If one makes the assumption that the LGB population is stable and clearly-defined enough to be found (I'm not convinced but I'll assume for the sake of argument), then it can't possibly be 5.6% and 1.7% at the same time. It's one or the other or neither, but there's no reason to believe it's the average of the two.
If one doesn't make such an assumption, then they don't put out press releases saying that the LGBT population is nine million.
I also take issue with Gates saying that "they're all credible." One of the studies focused just on California - do we hold presidential elections in California and then extrapolate the rest of the states out under the assumption that they'd all vote Democratic at the same rate? It'd sure be cheaper to run elections that way. Another only asked people ages 18-44; would it be democratic to just let those people vote in elections under the assumption that older people would vote the same way?
I haven't read them so I don't know how credible each is (Gates surely has and could have made a judgment about which was the most credible), but at least two weren't applicable.
The Journal's companion piece also provides another reason producing an number of LGBT people is impossible that I had never heard about before:
Many people's confusion with terms surrounding sexual orientation contributes to the difficulty in producing solid estimates. Randall Sell, associate professor at Drexel University's school of public health and administrator of the informational website GayData.org, has conducted cognitive testing among older Americans who say they are bisexual because they aren't familiar with the term -- "bi means two, and that must mean man and woman," Sell said, describing their reaction.
In our country of 310,000,000 people and thousands of subcultures, there are lots of people who don't know what the word "bisexual" means. You can hand them a paper to fill out and then get a number of how many of them say they're bisexual, but that number isn't going to be worth anything. It'll still be a number, though, and journalists are always willing to print numbers!
In the days since I first posted, lots of news sources have been reprinting the nine million number without questions and with few caveats. It reminds me of this column from the Washington Post's ombudsman about how journalists are notoriously bad at math, which cited the many mathematical errors that appeared in the paper and concluded:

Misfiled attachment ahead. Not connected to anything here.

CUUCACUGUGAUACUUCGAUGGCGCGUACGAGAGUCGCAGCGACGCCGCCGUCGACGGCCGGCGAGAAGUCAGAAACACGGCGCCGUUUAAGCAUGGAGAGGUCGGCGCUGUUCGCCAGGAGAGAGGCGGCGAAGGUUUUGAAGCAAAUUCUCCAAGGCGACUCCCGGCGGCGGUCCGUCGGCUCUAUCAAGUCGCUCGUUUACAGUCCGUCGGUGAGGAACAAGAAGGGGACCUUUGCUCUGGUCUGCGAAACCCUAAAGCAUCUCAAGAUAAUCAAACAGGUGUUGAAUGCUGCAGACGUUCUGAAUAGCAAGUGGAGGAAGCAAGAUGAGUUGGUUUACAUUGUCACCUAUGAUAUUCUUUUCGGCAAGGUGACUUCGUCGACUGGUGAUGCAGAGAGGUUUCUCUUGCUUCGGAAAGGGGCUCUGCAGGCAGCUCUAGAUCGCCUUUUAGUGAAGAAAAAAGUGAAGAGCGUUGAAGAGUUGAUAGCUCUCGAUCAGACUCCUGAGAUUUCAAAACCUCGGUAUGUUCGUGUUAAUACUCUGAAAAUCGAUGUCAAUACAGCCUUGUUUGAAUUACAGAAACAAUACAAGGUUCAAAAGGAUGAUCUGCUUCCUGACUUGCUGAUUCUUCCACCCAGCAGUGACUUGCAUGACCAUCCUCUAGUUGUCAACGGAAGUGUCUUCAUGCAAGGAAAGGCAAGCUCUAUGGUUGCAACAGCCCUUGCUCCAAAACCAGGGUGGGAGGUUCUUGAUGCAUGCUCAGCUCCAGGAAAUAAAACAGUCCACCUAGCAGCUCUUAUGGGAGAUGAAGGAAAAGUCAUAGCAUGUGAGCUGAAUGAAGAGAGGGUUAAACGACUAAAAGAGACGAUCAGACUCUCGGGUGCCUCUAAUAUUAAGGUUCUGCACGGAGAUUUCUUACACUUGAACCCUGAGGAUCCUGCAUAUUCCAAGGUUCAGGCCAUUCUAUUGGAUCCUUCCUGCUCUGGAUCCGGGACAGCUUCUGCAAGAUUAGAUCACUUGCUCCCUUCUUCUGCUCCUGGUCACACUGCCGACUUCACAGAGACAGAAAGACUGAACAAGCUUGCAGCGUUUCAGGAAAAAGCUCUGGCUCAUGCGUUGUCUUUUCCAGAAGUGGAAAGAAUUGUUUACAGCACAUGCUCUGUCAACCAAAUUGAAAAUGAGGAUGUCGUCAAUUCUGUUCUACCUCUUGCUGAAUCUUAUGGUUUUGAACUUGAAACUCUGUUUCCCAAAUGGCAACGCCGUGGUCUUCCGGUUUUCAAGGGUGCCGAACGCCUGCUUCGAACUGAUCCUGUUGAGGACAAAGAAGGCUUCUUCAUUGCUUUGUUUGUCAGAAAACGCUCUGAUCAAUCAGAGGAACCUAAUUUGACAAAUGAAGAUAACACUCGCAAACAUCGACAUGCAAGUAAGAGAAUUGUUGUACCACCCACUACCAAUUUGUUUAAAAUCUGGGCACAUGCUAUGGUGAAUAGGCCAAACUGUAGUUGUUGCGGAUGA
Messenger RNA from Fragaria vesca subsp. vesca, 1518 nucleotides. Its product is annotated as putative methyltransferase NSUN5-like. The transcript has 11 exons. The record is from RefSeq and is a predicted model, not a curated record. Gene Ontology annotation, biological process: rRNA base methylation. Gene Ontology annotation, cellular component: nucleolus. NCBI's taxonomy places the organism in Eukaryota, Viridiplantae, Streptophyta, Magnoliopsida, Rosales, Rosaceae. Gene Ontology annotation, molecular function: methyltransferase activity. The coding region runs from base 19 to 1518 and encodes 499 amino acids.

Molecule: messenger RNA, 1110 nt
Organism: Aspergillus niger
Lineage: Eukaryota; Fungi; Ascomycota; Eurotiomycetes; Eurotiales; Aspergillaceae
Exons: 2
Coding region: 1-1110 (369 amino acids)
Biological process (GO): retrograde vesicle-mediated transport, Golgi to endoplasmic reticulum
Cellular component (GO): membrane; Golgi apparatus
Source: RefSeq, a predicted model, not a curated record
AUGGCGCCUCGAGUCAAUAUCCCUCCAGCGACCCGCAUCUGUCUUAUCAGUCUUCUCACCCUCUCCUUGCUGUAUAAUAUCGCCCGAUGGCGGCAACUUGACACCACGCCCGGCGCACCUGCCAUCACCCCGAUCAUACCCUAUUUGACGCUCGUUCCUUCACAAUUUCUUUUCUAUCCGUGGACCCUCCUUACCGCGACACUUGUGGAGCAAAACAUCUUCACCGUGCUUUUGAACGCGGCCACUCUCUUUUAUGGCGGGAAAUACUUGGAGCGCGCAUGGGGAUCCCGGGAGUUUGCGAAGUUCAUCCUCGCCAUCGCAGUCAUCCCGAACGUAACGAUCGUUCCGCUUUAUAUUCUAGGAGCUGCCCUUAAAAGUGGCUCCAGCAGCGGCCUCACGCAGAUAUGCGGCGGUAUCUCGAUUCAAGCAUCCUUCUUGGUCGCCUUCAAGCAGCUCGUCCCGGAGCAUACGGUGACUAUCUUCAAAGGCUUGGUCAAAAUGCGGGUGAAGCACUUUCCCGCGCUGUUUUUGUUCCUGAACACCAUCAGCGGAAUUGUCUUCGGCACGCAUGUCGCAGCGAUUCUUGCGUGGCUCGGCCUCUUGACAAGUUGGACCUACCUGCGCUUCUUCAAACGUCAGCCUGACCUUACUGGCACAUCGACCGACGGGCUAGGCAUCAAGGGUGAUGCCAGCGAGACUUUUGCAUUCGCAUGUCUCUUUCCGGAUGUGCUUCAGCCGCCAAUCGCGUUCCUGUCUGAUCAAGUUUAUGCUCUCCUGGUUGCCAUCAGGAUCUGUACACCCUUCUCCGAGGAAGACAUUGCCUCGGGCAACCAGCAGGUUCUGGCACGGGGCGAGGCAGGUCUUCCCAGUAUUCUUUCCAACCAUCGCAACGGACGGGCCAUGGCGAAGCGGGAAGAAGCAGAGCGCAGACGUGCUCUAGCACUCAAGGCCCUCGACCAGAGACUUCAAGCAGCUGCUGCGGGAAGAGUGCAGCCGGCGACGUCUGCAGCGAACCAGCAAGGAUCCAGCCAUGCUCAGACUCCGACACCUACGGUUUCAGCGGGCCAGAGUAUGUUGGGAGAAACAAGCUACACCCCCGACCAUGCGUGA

Many newsrooms provide remedial math training, but that's not been done at The Post. It should be considered. And given the increasing usage of numbers in reporting and graphics, The Post should pay heightened attention to math and statistical literacy when evaluating prospective hires.
We read the press corps we have, not the press corps we might want or wish to have at a later time.
But the issue isn't just math, it's credulousness. While we're willing to challenge people on moral or philosophical grounds, journalists take numbers from someone with a big degree without question. Math is seen as a mysterious subject and numbers must all be taken as real because to question one means to question them all, and the world falls apart when the latter happens. (Plus it's hard to make a deadline if you read the fine print.)
The ombudsman also wrote about statistics specifically:
"I think what's going on is that when journalists see a number, they take it at face value and don't question it," Maier said. "With numbers, I think journalists tend to abdicate that scrutiny."
Martell agreed, explaining that those intimidated by math tend to "panic" when forced to deal with numbers.
"You don't really have to know that much about statistics to read a statistical paper critically," she said, adding that reporters often cite numbers and statistics touted in news releases without questioning their accuracy.
Why do journalists "abdicate that scrutiny" when they see a number? It's probably because, as one person interviewed put it: "I think we have a culture where it's okay to say, 'I'm a journalist, which means I'm terrible at math.'" A database manager said that it's "charming" for Post journalists to say they "can't do math" and that math errors are tolerated while spelling errors are not.
That's pretty much what happened regarding this number. The Wall Street Journal was willing to look more closely because they have a column devoted to statistics, but that's about it. Even though it seems on the low end to a lot of people and doesn't take into account all the people who would benefit from LGBT legislation, expect it to become an un-cited truth in future media reports.
img Alex Blaze